During a trip to Chicago for a conference on R, I had a chance to cowork at the Datascope Analytics (DsA) office. While I had worked with co-founders Mike and Dean before, this was my first time coworking at their office. It was an eye-opening experience. Why? The culture. I saw how this team of data scientists with different backgrounds connected with each other as they worked, collaborated, and joked around. I also observed how intensely present everyone was…whether they were joking or working. I completely understand how much work and commitment it takes to facilitate such a creative and collaborative environment.
Over the next few months, this initial coworking experience led to many conversations with Dean and Mike about building data science teams, Strata, design, and data both in Chicago and the SF Bay Area. I also got to know a few of the other team members such as Aaron, Bo, Gabe, and Irmak. Admittedly, the more I got to know the team, the more intensely curious I became about the human-centered design “ideation” workshops that they hold for clients. According to Aaron, the workshops “combine elements from human-centered design to diverge and converge on valuable and viable ideas, solutions, strategies for our clients. We start by creating an environment that spurs creativity and encourages wild ideas. After developing many different ideas, we cull them down and focus on the ones that are viable to add life and meaning.”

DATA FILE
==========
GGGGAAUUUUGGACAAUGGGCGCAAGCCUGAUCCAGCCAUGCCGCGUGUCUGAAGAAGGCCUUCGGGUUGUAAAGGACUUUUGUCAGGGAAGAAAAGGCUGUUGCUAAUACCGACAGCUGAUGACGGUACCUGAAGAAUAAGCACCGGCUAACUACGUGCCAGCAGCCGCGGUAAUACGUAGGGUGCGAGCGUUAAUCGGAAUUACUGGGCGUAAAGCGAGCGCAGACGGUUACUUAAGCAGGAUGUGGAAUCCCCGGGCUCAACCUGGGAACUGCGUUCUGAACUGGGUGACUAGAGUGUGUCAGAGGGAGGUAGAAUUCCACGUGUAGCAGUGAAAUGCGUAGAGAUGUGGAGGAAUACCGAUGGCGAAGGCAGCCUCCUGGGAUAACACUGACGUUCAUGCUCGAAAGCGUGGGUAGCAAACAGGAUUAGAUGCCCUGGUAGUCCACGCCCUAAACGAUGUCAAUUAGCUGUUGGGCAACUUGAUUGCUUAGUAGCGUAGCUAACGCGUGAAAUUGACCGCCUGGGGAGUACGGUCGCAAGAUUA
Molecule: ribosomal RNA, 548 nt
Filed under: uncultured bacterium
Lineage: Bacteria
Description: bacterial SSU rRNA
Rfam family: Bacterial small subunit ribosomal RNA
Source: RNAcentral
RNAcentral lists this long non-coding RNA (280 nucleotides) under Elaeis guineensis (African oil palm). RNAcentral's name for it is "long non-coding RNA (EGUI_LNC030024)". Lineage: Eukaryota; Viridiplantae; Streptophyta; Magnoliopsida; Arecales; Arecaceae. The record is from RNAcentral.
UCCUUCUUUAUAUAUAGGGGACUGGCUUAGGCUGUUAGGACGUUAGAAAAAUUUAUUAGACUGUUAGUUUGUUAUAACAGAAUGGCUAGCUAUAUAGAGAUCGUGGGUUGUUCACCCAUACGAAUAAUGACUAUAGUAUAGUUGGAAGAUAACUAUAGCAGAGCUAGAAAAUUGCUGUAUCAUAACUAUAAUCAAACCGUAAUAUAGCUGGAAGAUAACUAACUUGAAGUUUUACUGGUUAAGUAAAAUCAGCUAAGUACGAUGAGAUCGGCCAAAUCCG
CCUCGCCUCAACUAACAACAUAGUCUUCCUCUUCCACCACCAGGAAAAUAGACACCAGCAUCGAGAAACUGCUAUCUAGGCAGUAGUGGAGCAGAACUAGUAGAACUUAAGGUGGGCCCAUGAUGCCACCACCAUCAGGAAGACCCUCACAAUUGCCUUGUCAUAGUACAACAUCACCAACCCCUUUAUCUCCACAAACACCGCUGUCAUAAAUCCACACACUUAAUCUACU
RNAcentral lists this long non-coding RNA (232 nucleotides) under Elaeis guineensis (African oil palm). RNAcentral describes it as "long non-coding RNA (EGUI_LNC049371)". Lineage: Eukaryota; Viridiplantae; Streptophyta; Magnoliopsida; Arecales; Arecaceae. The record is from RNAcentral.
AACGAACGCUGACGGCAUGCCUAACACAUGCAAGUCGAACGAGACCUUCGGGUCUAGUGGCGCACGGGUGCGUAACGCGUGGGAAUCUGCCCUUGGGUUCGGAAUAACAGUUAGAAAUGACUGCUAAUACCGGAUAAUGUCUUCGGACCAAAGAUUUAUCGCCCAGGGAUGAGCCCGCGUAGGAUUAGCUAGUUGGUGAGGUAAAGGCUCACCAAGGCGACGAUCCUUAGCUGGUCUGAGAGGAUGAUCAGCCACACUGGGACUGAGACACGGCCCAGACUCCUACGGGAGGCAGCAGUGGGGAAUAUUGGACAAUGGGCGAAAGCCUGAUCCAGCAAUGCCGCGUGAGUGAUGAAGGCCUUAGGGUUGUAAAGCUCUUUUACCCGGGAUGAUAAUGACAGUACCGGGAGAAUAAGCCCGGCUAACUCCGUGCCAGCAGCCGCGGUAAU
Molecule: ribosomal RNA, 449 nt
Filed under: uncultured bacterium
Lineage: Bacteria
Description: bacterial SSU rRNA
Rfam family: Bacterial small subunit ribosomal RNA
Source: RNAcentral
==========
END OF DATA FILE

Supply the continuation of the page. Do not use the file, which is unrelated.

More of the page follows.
So when Mike sent me a note inviting me to sit in and film one of their two day ideation workshops at their office, I agreed. Roger Magoulas, O’Reilly’s director of research and a chair of Strata Santa Clara 2014 also joined.
I attended the workshop as I wanted to see how DsA’s process and techniques enabled a group of people to openly discuss their data challenges, reach consensus on potential ideas to address those challenges, and turn them into opportunities to act upon. I also wanted to see if I, in collaboration with DsA, could capture some of the process, tips, and techniques and then share these insights with the Strata audience. This post is a first in a collaborative series on human-centered design and data.
Mike and I have chatted a lot about about finding the “why?”, the problems, or opportunities that improve business. As result, I wasn’t surprised to see this covered in the two day workshop.
Oftentimes, innovation happens because people experience frustrating use cases or challenges that they would like to see a solution for. Again, I wasn’t surprised to learn how the workshops got started.
Many thanks to DsA for collaborating with me on this integrated text and video narrative experiment. Please check the Strata blog for further collaborative posts within this series on human-centered design and data.